Daily Mail/Mail Online 09.05.2010 at
The damage to your teeth by consuming sugar and soft drinks may seem trivial now that research has shown they may also increase the risk of pancreatic cancer, writes Roger Dobson. A new study at Georgetown University in the US looked at sugar-sweetened carbonated beverages or soft drinks and the risk of pancreatic cancer in 60,000 men and women in Singapore over a 14-year period. It found that those who drink more than two soft drinks a week almost double the risk of developing the disease. And a second study over 16 years by the University of East Anglia, monitoring 25,000 adults in the UK, shows that those who had the most sucrose (table or white sugar) in their diet were twice as likely to get the disease as those who had the least.
Some 7,500 people are diagnosed with pancreatic cancer each year in the UK. It is difficult to detect and treat, and there are few early symptoms. Little is known about the exact causes, and it can develop for no obvious reason. But new research is shedding light on possible risk factors.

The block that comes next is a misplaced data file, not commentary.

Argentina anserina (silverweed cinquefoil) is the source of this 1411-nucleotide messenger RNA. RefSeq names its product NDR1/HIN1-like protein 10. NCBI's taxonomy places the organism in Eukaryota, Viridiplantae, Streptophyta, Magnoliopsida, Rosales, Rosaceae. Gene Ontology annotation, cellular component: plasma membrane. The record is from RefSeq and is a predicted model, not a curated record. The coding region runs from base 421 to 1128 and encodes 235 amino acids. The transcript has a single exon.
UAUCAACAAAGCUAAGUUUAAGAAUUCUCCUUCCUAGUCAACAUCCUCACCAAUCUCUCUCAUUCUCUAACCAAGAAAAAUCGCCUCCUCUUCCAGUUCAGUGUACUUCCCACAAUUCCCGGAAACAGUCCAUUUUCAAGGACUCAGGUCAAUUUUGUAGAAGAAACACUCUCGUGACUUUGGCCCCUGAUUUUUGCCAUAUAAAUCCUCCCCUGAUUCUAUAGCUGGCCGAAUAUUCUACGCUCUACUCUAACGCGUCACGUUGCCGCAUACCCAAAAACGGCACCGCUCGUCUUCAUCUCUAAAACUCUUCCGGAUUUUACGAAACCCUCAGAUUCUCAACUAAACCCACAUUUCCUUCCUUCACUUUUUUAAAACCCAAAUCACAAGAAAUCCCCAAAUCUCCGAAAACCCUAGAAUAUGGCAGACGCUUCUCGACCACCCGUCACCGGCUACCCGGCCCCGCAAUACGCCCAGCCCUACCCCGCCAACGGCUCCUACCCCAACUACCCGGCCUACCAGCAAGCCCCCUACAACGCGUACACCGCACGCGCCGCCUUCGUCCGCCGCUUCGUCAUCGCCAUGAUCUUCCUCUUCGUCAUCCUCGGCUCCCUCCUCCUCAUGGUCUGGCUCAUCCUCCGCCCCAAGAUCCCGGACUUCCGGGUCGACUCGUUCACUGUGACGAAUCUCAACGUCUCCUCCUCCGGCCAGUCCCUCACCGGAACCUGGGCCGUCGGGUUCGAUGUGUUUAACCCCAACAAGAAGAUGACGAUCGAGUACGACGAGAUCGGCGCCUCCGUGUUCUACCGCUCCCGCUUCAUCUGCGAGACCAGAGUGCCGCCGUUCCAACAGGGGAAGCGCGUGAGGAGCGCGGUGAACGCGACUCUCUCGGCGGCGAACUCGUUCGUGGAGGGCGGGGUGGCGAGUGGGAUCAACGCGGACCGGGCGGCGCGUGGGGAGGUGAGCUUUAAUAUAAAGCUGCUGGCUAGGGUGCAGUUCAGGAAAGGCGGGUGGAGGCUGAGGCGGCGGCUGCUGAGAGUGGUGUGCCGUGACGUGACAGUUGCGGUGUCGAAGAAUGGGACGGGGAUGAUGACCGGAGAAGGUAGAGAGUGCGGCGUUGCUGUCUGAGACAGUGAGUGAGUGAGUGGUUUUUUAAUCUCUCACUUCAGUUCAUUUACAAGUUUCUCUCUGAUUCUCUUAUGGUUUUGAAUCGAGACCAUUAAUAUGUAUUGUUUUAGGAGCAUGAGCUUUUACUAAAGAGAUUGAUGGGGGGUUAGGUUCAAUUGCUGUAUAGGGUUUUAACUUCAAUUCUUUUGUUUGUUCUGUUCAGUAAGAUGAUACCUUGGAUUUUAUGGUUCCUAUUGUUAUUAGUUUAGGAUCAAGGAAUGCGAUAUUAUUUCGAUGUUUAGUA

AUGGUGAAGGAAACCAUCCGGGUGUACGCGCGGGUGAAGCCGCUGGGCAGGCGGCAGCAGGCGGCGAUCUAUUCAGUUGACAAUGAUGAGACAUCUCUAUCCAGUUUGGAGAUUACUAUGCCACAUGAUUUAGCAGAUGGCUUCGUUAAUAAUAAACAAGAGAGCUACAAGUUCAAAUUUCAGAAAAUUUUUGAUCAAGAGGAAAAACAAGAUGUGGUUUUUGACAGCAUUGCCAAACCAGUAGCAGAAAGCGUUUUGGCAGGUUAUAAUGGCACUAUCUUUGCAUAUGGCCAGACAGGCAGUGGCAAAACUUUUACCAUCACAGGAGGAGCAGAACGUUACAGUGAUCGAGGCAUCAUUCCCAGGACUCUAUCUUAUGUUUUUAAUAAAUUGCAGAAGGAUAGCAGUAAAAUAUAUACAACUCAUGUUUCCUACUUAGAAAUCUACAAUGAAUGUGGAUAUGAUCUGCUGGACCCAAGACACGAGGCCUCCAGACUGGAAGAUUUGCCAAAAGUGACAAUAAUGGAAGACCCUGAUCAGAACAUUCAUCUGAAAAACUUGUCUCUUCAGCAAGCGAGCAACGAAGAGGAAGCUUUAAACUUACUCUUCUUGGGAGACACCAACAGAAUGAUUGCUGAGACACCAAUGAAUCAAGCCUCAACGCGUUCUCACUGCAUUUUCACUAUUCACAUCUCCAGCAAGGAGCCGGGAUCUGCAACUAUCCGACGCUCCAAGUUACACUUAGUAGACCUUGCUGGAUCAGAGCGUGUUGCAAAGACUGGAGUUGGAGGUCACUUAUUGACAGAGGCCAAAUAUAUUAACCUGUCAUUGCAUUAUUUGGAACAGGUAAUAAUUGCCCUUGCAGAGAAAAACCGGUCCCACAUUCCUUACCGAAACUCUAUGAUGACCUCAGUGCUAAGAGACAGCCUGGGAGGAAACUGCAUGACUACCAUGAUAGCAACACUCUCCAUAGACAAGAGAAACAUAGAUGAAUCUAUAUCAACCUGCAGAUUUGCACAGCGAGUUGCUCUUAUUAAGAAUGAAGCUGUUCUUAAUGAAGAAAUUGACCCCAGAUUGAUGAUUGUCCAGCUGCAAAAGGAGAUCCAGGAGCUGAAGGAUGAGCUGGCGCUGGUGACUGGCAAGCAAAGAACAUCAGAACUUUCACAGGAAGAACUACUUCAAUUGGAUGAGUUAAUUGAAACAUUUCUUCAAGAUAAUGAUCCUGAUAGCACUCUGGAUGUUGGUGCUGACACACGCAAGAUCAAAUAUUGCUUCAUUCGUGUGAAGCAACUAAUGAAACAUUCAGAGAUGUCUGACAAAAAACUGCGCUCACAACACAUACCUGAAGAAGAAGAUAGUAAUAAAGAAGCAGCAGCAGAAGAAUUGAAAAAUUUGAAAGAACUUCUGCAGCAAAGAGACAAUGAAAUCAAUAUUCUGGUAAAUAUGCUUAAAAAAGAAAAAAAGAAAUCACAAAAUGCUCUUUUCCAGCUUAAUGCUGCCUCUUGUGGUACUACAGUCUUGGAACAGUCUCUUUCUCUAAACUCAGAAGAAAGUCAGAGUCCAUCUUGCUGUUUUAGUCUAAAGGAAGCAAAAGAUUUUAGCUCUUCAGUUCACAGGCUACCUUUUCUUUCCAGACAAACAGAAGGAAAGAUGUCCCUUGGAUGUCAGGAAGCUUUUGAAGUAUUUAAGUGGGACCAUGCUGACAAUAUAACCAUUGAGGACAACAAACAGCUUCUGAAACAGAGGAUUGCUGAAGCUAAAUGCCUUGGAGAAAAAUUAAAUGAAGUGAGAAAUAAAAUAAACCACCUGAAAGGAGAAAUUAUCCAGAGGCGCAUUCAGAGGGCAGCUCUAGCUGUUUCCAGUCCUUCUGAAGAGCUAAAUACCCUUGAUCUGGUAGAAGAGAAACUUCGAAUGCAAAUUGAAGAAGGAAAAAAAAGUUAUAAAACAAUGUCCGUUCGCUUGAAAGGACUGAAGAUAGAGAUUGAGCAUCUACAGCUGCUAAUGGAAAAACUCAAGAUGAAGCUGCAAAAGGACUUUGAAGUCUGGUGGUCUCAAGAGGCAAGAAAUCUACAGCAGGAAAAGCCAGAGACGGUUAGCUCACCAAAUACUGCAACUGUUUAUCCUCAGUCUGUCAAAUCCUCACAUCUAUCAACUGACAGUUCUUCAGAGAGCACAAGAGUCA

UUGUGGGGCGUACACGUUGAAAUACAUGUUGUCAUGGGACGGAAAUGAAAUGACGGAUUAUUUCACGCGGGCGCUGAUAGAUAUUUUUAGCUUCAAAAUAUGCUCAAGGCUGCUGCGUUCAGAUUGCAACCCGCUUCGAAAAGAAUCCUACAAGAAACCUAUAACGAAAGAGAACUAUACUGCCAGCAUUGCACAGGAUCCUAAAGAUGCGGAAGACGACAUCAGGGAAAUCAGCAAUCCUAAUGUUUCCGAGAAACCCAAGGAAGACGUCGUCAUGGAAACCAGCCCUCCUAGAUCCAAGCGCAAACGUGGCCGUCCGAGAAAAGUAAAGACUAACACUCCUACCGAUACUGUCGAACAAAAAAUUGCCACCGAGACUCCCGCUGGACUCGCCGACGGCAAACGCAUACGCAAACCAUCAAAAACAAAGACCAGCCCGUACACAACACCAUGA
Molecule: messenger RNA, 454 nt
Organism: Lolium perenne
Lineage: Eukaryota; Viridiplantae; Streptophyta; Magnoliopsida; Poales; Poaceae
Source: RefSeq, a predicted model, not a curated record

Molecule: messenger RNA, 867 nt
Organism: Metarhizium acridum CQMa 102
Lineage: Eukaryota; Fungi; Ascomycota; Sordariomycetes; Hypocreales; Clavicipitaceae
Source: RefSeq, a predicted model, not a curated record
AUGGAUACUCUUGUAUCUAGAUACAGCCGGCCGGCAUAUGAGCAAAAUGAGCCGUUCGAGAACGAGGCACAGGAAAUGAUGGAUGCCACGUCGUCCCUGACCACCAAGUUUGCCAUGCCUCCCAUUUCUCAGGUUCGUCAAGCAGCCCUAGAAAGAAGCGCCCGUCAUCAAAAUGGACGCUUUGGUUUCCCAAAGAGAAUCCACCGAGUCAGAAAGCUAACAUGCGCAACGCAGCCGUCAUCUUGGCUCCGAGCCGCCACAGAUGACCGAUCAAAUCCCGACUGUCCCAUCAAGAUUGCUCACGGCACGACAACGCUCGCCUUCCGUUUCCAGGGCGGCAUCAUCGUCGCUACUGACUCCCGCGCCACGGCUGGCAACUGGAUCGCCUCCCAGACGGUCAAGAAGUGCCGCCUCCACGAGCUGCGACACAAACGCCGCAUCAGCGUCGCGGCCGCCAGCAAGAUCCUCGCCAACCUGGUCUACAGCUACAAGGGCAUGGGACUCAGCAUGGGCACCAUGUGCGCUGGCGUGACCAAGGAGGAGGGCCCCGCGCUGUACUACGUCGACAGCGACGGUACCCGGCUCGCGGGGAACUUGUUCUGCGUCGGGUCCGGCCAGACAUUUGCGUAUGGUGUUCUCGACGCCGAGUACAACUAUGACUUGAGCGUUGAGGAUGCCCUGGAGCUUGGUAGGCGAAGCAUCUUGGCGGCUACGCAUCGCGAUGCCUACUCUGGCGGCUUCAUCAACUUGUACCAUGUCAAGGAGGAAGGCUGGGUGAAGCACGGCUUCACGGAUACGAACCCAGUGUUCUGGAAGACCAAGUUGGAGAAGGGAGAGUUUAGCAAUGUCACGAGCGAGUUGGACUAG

Another extensive study of 160,000 people at the University of Hawaii looked at diet and pancreatic-cancer risk, and showed that higher intakes of fructose (a sugar that occurs naturally in fruits, vegetables and honey) and sucrose led to a 35 per cent higher risk of disease. During the research at the University of East Anglia, participants kept daily food diaries and sucrose intake was calculated for each person. The researchers have been looking for any dietary differences between those who went on to develop pancreatic cancer and those who did not. Results show that those who consumed the most sucrose were twice as likely to develop the cancer, although why is not clear. A key role of the pancreas is to produce insulin, which helps keep sugar levels in the blood at a stable level. One theory is that excess sucrose intake could trigger pancreatic cancer through increased insulin production. Excess insulin may result in an increase in growth factors and other compounds that may stimulate growth of cancer cells.